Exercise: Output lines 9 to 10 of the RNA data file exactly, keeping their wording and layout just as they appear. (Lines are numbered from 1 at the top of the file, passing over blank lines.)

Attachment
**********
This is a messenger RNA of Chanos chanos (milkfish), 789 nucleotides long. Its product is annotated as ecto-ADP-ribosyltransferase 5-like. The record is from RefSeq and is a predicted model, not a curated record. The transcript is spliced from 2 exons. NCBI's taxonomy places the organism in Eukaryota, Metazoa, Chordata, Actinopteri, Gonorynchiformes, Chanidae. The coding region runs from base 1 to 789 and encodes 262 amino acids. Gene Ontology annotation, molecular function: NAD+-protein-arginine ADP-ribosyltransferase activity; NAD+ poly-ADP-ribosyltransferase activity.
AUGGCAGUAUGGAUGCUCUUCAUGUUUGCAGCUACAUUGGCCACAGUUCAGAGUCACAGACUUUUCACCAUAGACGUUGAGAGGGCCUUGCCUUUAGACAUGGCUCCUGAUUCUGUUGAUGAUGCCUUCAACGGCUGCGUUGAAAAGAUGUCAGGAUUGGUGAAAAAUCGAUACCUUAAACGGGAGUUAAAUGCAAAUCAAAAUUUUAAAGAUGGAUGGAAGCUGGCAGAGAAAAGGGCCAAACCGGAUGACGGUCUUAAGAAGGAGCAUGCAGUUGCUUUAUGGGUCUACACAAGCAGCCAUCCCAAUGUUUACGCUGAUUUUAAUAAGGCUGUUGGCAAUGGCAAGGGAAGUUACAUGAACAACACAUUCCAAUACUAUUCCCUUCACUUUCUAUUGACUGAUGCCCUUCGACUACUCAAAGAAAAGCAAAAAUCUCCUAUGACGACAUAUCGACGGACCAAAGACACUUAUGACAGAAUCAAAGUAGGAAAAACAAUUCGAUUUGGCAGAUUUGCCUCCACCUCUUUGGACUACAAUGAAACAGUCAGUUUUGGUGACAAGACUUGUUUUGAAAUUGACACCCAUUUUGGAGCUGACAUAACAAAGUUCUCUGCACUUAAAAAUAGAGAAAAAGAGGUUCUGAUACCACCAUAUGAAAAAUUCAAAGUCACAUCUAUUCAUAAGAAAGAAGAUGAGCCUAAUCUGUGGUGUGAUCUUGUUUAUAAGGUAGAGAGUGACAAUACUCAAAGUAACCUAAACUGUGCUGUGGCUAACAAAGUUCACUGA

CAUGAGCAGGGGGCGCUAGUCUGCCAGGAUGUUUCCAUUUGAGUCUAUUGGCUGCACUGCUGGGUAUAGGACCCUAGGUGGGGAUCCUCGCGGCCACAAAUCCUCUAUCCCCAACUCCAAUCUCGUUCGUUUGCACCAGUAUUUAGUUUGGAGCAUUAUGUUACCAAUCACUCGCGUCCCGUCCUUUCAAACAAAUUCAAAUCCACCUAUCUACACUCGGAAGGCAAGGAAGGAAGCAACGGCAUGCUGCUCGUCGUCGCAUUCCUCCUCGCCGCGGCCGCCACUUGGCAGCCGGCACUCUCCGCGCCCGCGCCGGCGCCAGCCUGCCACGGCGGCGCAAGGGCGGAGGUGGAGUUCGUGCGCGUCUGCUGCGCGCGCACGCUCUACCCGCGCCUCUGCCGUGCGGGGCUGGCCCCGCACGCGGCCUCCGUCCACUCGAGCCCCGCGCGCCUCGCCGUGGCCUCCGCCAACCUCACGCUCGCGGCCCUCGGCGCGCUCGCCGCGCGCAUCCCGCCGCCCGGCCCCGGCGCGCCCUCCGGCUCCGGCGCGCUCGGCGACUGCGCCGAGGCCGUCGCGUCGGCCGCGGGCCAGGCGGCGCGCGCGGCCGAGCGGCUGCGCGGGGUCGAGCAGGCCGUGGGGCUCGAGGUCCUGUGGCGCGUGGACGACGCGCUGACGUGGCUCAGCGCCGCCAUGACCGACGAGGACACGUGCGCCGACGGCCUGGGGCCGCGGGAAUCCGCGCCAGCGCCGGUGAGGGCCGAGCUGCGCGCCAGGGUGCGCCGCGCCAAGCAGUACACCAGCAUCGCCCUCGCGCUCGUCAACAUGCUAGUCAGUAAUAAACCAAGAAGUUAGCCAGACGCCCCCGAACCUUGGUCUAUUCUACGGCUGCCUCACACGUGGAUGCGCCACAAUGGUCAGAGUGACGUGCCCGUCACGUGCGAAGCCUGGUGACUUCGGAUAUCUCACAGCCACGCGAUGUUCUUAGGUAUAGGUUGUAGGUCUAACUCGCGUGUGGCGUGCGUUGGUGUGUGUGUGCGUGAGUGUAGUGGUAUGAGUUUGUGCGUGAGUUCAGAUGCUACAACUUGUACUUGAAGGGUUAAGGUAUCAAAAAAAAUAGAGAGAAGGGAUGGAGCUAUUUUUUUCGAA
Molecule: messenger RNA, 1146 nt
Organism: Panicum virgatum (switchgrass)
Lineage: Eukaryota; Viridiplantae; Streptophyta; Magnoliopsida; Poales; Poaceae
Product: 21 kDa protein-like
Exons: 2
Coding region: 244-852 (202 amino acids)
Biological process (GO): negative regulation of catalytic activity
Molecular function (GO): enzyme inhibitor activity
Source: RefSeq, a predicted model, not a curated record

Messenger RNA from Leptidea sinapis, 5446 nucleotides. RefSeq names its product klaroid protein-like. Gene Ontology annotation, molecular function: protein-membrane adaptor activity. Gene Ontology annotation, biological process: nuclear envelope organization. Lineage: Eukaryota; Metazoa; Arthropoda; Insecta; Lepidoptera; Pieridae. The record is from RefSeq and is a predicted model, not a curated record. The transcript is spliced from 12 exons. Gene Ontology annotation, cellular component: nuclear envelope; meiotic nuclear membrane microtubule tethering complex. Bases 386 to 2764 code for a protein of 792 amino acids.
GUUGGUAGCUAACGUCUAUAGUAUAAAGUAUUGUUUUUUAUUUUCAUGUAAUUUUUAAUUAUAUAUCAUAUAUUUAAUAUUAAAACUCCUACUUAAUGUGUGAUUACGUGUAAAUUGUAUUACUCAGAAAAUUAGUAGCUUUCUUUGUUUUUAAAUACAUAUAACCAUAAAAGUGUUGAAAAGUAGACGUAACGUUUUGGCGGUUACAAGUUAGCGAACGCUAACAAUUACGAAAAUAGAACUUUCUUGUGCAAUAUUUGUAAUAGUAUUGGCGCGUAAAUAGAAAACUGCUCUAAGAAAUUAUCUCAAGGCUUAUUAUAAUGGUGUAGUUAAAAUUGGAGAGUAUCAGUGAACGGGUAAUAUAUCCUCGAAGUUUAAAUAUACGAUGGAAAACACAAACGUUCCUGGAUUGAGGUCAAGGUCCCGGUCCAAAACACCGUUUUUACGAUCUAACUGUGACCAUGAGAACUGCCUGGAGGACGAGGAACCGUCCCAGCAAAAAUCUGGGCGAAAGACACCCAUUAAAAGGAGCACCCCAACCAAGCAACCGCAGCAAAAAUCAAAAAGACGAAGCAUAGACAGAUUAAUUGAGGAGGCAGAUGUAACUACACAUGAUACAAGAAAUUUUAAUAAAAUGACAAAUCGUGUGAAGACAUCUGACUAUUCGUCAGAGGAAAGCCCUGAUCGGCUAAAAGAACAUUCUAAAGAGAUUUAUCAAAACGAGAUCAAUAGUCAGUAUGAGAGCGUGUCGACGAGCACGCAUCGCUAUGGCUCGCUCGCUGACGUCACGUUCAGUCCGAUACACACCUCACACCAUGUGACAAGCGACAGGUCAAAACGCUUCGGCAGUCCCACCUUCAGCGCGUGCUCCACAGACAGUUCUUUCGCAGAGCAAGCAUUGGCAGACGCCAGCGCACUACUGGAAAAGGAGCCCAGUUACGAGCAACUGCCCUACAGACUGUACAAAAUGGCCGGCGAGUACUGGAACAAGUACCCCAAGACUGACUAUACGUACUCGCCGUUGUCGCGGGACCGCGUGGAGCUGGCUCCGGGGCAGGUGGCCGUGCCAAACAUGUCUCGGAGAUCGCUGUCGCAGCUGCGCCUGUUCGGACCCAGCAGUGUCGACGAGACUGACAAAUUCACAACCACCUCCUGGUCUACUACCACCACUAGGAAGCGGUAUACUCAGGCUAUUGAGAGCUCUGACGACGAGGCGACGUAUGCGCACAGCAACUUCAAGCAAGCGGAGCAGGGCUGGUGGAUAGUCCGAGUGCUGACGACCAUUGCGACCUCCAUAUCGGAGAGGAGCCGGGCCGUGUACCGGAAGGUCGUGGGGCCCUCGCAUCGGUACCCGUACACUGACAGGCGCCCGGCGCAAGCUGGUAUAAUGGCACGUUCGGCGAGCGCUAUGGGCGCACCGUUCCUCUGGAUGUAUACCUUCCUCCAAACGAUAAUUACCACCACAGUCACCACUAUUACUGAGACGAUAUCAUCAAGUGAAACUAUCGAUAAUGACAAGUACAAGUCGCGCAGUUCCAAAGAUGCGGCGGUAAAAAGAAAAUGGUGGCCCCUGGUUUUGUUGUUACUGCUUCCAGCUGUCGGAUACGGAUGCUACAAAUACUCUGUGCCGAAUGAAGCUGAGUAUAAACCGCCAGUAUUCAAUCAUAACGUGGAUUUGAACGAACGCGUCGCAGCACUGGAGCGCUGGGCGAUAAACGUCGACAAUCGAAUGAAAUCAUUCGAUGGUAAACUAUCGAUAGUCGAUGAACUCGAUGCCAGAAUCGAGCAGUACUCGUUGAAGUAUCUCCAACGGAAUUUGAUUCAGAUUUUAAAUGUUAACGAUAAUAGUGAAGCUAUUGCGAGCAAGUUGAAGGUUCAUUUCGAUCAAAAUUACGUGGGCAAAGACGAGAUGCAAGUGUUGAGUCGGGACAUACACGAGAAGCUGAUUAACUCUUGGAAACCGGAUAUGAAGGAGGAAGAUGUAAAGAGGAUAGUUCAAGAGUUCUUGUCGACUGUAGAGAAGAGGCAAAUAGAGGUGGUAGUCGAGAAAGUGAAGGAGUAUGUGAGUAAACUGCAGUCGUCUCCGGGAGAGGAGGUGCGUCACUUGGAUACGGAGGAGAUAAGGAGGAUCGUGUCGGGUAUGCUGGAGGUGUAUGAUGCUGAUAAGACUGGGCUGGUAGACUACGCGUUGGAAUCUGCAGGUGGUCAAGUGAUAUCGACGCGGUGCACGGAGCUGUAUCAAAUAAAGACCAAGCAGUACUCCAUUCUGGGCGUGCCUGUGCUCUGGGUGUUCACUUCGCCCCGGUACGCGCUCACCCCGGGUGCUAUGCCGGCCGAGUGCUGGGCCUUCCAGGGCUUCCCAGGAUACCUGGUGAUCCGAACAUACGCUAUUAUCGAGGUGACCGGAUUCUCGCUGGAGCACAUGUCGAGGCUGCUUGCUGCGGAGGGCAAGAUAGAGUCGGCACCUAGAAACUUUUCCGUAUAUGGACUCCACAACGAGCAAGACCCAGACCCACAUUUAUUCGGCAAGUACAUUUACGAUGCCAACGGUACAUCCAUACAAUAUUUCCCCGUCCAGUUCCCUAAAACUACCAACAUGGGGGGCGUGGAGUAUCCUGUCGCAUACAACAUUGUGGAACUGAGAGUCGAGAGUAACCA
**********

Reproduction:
Coding region: 244-852 (202 amino acids)
Biological process (GO): negative regulation of catalytic activity